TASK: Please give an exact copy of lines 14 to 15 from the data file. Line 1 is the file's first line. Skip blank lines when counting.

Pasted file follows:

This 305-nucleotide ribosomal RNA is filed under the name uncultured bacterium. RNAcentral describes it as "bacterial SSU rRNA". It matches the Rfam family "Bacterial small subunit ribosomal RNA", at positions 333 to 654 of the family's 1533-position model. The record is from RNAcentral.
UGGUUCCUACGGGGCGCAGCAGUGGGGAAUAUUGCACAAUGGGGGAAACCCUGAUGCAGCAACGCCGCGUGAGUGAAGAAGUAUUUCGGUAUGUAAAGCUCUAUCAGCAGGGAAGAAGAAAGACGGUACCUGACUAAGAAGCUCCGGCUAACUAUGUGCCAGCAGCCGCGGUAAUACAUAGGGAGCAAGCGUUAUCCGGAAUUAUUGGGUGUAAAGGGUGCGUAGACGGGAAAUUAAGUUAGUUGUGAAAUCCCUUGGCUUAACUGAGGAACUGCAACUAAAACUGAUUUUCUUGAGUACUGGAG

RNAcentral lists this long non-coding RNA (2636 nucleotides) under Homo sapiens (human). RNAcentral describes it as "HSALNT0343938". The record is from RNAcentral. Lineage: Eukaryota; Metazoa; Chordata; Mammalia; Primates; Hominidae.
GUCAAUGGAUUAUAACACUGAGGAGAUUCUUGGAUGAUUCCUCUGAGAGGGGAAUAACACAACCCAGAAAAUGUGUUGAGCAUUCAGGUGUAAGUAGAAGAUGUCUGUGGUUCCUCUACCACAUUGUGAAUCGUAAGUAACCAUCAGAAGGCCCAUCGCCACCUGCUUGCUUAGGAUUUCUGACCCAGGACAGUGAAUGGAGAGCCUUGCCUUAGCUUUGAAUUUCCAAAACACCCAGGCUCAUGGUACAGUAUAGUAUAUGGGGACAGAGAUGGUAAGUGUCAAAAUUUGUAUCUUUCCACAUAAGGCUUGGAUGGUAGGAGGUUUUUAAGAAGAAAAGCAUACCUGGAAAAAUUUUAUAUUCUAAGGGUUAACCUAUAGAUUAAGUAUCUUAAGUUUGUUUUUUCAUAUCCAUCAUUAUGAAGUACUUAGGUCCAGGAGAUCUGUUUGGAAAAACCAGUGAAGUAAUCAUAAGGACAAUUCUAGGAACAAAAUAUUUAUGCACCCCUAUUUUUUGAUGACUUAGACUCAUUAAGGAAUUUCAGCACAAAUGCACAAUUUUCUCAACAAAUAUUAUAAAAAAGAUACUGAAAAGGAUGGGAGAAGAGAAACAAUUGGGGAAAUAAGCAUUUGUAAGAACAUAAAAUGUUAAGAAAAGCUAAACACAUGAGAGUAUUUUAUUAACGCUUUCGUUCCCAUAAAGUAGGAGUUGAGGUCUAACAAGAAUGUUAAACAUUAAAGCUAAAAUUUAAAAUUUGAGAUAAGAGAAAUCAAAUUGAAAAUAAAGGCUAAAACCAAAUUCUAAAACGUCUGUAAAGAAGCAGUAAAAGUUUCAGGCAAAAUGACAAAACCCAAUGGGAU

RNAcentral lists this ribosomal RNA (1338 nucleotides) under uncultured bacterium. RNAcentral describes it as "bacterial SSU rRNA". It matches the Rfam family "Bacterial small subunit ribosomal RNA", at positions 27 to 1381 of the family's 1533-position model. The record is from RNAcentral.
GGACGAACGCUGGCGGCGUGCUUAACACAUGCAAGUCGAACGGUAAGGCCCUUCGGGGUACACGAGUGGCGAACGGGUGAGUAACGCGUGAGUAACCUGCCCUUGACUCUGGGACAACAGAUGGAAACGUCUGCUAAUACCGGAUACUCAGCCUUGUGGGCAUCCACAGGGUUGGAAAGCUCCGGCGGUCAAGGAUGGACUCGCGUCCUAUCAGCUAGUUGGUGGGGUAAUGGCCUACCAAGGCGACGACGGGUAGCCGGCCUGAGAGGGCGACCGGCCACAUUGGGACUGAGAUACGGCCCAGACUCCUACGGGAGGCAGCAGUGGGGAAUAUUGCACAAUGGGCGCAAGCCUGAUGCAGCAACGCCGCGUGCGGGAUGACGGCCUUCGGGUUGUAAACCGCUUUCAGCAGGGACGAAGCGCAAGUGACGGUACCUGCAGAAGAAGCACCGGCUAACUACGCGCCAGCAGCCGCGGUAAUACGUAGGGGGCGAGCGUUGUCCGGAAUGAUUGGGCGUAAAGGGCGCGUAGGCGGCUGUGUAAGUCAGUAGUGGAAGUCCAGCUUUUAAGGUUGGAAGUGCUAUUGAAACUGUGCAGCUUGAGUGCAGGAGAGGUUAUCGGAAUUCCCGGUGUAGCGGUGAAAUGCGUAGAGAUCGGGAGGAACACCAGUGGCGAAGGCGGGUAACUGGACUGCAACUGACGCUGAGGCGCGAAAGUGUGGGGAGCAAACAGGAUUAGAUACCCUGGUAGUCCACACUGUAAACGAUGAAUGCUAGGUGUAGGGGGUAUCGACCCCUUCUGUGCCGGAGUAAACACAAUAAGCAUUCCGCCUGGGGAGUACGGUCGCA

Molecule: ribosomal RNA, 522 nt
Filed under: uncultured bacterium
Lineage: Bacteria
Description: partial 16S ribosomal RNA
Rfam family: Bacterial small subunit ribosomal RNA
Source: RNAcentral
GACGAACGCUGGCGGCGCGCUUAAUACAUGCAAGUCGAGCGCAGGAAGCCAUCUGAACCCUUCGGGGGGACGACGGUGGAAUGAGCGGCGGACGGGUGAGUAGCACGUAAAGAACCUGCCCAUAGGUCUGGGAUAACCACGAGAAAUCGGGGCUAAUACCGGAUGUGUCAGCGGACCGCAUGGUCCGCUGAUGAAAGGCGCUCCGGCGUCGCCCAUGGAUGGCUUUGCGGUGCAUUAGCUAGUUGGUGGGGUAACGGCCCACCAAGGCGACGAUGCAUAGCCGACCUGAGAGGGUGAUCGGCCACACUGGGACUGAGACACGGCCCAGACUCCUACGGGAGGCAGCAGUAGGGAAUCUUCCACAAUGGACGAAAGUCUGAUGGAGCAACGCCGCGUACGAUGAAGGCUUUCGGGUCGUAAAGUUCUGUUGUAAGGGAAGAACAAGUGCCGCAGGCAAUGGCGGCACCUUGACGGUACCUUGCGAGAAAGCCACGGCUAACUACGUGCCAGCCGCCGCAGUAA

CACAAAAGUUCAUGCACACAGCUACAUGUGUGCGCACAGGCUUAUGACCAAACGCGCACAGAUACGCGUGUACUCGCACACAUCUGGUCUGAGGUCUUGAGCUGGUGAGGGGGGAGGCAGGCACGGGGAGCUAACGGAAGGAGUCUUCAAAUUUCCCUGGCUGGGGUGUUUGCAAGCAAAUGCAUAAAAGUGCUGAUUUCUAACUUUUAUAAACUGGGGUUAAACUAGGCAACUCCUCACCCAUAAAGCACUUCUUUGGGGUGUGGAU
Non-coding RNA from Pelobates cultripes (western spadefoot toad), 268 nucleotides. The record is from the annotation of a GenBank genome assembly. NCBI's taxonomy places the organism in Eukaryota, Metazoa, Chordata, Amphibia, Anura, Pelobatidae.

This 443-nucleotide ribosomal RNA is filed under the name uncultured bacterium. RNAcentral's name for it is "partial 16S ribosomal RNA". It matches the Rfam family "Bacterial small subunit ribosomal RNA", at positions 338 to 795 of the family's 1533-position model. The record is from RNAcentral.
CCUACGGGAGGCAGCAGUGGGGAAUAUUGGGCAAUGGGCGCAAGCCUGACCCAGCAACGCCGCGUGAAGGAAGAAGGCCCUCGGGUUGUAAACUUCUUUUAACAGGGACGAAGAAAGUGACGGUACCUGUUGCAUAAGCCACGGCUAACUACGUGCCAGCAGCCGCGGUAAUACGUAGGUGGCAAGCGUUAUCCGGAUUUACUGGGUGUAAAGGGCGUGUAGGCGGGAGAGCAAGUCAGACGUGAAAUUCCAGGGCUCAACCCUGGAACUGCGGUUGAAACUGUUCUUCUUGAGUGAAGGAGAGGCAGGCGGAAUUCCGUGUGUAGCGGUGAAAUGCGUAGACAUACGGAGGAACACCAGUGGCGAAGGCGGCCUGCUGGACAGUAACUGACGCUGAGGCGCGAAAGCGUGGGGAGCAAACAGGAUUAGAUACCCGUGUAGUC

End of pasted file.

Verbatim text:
CACAAAAGUUCAUGCACACAGCUACAUGUGUGCGCACAGGCUUAUGACCAAACGCGCACAGAUACGCGUGUACUCGCACACAUCUGGUCUGAGGUCUUGAGCUGGUGAGGGGGGAGGCAGGCACGGGGAGCUAACGGAAGGAGUCUUCAAAUUUCCCUGGCUGGGGUGUUUGCAAGCAAAUGCAUAAAAGUGCUGAUUUCUAACUUUUAUAAACUGGGGUUAAACUAGGCAACUCCUCACCCAUAAAGCACUUCUUUGGGGUGUGGAU
Non-coding RNA from Pelobates cultripes (western spadefoot toad), 268 nucleotides. The record is from the annotation of a GenBank genome assembly. NCBI's taxonomy places the organism in Eukaryota, Metazoa, Chordata, Amphibia, Anura, Pelobatidae.